If you are a teacher, or if you were ever in elementary school, you have probably heard of the game 4 corners (If you don’t know what it is, don’t worry; I’ll explain). Usually, 4 corners is used as an easy indoor recess when you get that dreaded announcement over the intercom that it has somehow snowed 10 feet and you’ll have to keep your students inside. And, in my class because I had to do indoor recess once every day, I would use 4 corners frequently. However, I also used it to teach, and I’ll show you how.
4 corners is a great way to get your students moving and engaged without them even realizing that they are learning. You can use it as a practice game, or you can use it to get students’ opinions, or even as a fun way to introduce debates. Here is how to use it:
The great thing about this activity is that not only is it very engaging, but it is so easy to change up. You can change it to 2, or even 3 corners to fit your multiple choice questions. You can even let students who are behaving well decide how to travel to the corners, such as skip, crab walk, etc.
You can also make it a competition if you want. Simply have students sit down if they get the answer wrong. They can still answer the questions, just they can’t leave their desk. The last one standing wins. Or, if you don’t want to compete, just let your students keep playing even if they get the answer wrong.
Now you might be thinking, “Oh, well my students will just change their answers when they see other people’s answers.” Or maybe, “My students will make fun of students that get the answer wrong.” But, if you establish clear rules the first time, you won’t have these issues. So here are the expectations I set with my students.
Teaching these simple expectations at the beginning will save you in the long run. Help your students to understand that this activity is a privilege. And if you students don’t follow the expectations, stop. Showing them that you expect them to follow the rules is much more important than trying to be a “fun” teacher and letting them do the activity anyway.
So, as you can see, this is so easy to use for any subject. If you try this in your class, let me know how it works for you.
“It’s so much easier to manage students when they are at the rug.” I’ve overheard this several times in the workroom and at professional developments, but I think that this is only partially true. So, I wanted to take some time to address this.
Yes, there are some advantages to having your students at the class rug. They are all in one spot, you can easily see them, and they don’t have anything with them to distract them.
But, there are also downsides to it. It’s more difficult to move around and use proximity when the students are sitting so close together. And, it doesn’t work well if you need the students to be doing any writing. You have to have the students get their pencils and clip boards, and then wait for those students who forget to awkwardly climb over their peers and spend forever digging through their desk trying to find their pencil.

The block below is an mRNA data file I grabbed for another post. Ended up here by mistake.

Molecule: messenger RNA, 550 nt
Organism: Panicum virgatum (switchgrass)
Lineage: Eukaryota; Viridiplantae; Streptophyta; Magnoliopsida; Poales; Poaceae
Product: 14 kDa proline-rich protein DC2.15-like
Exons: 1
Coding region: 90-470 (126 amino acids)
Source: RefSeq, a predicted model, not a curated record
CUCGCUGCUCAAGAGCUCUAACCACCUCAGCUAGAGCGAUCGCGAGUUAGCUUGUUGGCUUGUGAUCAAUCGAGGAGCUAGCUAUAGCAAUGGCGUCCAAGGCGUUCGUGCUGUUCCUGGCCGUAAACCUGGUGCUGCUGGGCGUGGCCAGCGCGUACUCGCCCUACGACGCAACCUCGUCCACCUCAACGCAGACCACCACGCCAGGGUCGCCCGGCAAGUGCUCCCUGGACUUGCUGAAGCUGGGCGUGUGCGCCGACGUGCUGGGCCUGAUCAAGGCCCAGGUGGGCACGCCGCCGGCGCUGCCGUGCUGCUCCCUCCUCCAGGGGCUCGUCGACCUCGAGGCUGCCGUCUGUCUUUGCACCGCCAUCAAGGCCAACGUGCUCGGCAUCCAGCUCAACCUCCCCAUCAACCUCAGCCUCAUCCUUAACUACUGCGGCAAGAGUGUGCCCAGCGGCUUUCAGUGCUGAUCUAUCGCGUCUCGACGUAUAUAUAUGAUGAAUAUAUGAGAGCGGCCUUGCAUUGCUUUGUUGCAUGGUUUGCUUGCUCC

I would say that it is easier to manage students when they are at the rug for some types of instruction. But, for other times it is just easier to have them at their desks. Don't limit yourself by only teaching at the rug! You can teach your students wherever they are sitting if you just manage them correctly. So, if you are a teacher who avoids having your students stay at their desks while you instruct them, or if have your students stay at their desks but they are out of control, read on.
This first tip I have to credit to my amazing coworker who shared this idea with me. It saved my life! Plus, it’s as simple as having your students change the way their chairs face. All you need to do is teach your students these 2 chair positions. (Note: This will not work for all seating arrangements. This is meant for arrangements in which the desks aren’t facing the front of the classroom, such as some table group arrangements.)
The first chair position is called learning position. This means having your students turn their chairs and their bodies to face the front of the class, folding their arms, and looking at you. (If you are confused, don't worry. I thought of you and included a diagram to show what in the world I am talking about.) If you have a compatible seating arrangement, this means that your students will have their desk to the side of them. This helps to discourage students from playing with anything because they can’t hide it as easily, plus it is now easy for you to see when their arms aren’t folded. (If you have a student who still plays with things in their desk, turn their desk around so that the desk opening isn’t facing them anymore.) It also makes it so none of the students are facing each other, so they are less likely to talk. Have your students turn into learning position whenever you are instructing them and they don’t need to be writing or doing anything they need a hard surface for at the moment.